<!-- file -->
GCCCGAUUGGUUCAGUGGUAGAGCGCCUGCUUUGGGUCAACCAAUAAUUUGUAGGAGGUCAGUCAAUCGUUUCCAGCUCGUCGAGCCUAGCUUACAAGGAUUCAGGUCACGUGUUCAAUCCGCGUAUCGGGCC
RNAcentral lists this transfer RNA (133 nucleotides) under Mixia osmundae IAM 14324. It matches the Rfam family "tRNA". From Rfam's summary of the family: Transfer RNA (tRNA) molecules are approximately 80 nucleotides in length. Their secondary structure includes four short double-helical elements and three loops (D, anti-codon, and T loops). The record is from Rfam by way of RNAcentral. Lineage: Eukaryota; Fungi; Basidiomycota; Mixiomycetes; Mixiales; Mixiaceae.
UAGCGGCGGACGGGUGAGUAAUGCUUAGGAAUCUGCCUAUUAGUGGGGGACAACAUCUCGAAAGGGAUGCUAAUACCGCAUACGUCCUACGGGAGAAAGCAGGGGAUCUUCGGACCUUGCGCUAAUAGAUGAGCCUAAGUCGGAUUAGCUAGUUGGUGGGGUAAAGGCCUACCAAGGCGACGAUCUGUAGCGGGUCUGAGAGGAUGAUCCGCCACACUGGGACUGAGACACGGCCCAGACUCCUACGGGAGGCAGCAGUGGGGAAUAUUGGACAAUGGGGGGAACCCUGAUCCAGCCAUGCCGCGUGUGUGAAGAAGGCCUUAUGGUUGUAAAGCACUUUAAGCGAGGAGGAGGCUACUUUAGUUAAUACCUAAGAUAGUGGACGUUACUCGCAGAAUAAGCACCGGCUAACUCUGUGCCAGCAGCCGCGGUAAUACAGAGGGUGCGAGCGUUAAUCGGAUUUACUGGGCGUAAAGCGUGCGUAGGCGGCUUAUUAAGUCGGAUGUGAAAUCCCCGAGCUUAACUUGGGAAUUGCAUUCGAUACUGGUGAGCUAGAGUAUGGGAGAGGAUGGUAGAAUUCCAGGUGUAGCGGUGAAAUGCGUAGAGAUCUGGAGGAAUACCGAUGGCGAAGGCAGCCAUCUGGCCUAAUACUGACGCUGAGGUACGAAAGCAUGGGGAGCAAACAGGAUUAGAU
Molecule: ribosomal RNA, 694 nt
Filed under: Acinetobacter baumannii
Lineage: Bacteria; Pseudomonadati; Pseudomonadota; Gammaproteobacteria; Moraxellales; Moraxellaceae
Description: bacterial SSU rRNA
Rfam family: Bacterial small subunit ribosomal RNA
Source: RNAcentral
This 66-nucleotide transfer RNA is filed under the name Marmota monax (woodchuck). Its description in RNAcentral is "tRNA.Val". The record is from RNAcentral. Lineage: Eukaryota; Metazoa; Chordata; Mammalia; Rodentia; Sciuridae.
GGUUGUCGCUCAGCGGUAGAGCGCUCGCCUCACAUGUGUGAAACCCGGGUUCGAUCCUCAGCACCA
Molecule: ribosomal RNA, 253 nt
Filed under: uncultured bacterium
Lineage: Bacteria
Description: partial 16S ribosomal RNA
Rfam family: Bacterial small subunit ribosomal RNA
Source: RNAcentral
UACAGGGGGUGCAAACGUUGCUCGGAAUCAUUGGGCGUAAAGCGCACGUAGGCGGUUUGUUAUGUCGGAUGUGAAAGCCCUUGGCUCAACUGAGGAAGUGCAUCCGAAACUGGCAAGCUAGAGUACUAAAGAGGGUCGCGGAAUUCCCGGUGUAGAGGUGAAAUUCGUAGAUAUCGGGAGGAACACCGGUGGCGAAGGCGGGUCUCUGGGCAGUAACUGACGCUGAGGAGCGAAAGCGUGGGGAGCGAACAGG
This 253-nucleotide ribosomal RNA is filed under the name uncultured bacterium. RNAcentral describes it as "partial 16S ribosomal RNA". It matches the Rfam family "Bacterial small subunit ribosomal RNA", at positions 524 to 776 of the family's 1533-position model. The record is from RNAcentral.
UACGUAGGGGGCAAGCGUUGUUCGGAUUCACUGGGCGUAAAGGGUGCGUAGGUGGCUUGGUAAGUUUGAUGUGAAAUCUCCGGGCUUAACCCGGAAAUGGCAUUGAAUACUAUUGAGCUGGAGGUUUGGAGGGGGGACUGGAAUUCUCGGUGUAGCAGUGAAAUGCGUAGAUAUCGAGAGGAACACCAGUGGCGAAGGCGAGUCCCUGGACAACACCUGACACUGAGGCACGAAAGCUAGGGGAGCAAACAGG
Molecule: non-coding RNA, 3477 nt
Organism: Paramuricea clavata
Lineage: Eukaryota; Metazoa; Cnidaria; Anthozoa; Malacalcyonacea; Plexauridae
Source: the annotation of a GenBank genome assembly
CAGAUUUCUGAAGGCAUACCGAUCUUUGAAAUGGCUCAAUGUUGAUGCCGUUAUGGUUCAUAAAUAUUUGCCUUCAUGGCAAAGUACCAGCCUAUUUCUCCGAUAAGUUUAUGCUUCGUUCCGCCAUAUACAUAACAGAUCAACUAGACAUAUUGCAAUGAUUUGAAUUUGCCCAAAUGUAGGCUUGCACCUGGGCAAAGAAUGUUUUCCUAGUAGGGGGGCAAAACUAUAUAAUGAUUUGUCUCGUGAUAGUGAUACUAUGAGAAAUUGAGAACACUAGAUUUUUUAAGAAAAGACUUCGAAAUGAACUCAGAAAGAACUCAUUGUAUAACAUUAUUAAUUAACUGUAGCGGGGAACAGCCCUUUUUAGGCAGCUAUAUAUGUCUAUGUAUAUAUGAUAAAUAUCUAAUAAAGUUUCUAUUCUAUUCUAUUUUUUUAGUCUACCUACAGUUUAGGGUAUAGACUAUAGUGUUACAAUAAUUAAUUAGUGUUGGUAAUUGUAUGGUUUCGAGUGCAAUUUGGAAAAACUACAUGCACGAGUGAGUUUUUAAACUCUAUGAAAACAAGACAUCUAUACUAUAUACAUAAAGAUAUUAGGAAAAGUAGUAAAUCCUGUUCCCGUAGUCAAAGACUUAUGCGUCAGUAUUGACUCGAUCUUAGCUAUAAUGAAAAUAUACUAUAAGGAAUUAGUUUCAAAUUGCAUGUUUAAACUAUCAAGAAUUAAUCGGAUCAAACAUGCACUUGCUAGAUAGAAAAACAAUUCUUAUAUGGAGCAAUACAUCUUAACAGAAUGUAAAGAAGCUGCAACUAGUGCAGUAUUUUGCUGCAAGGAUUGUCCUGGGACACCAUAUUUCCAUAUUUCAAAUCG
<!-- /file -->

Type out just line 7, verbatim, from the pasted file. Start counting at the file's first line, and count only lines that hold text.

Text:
Description: bacterial SSU rRNA